3D printer Titomic today opened the world’s biggest and fastest metal 3D-printing facility in Melbourne.

Titomic was one of last year’s best-performing ASX floats. In September the 3D printer (ASX:TTT) raised $6.5 million in an IPO selling shares at 20c.

The stock is now trading at about $2.75 — more than ten times the issue price or a gain of almost 1300 per cent.

Titomic — which is now valued at $150 million — is targeting the market for so-called “metal additive manufacturing”.

The technology can make everything from aeroplane wings to submarine parts. Titomic CEO Jeff Lang says he’s had inquiries about making 60m rocket fuselages.

The machine can 3D-print and polish a bicycle frame in 35 minutes.

This GIF shows the machine printing the “C” in a metal “Titomic” sign:

Mr Lang told Stockhead they’re on track to meet revenue targets made in the IPO prospectus last year, which said they’d see first significant cashflow from the end of the third quarter of 2018.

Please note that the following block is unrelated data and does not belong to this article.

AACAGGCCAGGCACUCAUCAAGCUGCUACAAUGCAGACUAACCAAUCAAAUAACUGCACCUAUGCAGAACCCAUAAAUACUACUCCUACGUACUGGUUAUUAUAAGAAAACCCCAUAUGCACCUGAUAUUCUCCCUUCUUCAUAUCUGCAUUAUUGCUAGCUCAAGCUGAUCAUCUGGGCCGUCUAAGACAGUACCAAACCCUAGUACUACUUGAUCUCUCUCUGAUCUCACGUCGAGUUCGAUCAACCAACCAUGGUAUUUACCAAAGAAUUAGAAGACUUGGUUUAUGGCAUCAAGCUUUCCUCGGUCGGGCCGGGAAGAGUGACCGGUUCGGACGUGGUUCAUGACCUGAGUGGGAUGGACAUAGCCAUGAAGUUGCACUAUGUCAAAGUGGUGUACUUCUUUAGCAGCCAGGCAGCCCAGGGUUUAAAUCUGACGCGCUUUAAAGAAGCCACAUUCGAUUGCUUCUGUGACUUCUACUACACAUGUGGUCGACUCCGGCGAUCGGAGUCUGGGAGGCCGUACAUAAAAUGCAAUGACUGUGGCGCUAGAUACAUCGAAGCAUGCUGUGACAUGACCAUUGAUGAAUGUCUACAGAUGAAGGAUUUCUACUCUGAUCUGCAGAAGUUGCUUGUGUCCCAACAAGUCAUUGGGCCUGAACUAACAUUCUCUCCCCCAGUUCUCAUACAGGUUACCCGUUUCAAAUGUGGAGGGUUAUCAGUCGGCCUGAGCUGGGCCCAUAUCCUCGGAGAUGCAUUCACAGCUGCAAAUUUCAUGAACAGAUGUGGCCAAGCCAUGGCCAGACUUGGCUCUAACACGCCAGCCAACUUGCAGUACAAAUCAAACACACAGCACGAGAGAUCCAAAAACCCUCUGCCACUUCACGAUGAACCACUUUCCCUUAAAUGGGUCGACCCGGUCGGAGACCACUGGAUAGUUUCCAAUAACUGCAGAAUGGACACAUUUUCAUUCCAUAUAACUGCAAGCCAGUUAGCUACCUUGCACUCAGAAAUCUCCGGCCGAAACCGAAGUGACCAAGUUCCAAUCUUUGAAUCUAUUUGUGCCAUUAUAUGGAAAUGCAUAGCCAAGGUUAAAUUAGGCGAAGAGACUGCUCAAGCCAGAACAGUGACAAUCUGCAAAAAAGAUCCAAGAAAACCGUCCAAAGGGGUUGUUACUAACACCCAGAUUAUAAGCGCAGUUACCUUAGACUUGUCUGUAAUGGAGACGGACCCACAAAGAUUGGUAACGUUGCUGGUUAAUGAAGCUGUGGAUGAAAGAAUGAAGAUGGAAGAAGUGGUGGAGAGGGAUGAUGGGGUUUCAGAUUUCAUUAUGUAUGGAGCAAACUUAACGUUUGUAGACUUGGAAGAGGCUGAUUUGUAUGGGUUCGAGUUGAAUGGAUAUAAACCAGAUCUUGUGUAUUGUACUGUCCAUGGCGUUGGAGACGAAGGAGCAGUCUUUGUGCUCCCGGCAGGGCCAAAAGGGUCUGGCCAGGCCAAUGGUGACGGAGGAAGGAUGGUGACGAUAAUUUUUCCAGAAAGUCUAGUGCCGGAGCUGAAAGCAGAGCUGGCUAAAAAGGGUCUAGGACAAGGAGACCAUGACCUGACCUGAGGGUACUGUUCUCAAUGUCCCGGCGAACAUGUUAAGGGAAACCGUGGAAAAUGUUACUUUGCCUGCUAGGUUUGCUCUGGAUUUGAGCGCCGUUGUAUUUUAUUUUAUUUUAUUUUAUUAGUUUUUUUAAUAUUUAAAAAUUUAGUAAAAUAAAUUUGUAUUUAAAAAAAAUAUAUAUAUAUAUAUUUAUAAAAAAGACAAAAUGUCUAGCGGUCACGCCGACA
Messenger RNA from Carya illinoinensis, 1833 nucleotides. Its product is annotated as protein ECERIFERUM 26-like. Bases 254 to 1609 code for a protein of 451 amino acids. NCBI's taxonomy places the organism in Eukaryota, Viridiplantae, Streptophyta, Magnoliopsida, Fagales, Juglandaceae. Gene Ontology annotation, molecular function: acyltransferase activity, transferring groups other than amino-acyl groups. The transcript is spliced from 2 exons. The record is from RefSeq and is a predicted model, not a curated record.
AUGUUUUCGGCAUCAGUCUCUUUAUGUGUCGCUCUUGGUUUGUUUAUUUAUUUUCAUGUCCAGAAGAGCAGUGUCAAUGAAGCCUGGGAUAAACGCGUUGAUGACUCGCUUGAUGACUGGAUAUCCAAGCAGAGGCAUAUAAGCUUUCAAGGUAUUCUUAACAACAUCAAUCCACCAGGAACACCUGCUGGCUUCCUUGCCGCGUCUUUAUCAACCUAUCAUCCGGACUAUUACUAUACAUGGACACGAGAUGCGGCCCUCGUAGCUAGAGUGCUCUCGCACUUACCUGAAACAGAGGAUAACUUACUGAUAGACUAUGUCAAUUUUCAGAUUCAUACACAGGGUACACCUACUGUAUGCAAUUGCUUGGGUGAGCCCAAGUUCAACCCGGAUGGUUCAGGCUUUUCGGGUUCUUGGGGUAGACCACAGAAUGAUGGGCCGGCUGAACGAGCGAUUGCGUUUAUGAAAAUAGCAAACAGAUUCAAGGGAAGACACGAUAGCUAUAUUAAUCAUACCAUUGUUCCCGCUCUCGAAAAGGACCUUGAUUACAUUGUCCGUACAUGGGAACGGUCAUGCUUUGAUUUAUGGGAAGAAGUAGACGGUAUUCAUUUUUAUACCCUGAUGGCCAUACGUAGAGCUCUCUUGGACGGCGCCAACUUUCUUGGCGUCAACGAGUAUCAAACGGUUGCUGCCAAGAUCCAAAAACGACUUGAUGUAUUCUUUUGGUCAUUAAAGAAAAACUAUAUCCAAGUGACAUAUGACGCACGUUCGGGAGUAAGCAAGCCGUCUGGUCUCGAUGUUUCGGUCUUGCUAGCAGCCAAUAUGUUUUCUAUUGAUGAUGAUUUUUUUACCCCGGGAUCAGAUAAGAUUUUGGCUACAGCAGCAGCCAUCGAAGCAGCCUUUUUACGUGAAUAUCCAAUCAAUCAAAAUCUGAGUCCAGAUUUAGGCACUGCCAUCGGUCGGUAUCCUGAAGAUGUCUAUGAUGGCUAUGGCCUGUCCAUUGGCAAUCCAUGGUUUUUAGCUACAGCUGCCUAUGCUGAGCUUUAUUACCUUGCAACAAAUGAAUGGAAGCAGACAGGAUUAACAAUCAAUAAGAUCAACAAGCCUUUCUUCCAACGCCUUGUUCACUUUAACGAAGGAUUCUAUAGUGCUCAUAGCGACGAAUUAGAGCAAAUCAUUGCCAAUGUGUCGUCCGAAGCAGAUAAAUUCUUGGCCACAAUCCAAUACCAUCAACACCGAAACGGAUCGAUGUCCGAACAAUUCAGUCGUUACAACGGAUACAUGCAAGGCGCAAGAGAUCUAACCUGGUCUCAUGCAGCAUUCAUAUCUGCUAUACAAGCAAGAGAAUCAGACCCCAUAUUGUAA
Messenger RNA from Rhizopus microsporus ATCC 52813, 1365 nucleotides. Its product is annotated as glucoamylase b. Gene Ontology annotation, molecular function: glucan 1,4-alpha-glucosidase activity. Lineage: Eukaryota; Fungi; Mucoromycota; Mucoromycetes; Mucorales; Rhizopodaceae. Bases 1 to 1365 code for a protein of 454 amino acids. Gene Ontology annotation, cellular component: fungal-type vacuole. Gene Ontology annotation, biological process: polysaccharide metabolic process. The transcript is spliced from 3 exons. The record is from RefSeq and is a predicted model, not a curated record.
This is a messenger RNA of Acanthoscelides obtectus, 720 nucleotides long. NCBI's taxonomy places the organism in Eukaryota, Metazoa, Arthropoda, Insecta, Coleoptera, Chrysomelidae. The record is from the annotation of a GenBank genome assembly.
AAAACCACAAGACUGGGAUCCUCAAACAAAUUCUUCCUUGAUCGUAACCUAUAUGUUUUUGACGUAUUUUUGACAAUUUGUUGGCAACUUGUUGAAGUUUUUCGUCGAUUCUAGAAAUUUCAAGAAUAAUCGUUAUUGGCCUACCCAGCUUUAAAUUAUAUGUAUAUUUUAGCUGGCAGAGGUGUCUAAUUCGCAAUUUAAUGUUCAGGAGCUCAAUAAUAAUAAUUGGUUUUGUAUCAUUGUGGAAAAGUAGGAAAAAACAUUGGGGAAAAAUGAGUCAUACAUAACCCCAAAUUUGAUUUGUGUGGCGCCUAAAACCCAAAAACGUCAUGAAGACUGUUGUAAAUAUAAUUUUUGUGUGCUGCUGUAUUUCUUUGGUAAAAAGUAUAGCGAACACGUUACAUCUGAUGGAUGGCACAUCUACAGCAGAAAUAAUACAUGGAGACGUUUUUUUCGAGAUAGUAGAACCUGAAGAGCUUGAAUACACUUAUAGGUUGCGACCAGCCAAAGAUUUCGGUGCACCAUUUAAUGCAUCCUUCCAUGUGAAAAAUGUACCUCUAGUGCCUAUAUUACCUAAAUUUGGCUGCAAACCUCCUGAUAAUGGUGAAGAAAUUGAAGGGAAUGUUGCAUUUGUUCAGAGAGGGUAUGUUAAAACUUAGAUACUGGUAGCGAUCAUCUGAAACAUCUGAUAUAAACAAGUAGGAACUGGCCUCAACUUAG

He says they are negotiating with several large clients over machine sales.

Peter Teschner, who heads up Titomic’s bicycle division, said a six-month contract signed with a major bicycle company in December is to be extended. The bike maker is understood to be Trek.

Stockhead attended Wednesday’s opening of the 3D printing plant, which was co-developed with the CSIRO.

Here’s what we saw:

Titomic chief executive Jeff Lang launches the Titomic 3D printer.


The 3D metal printer measures 9m long by 3m wide by 1.5m high.


The machine can make complex metal parts in minutes – without melting.


The plant can print a titanium bicycle frame in 25 minutes.


Here’s the complete bicycle with 3D-printed frame.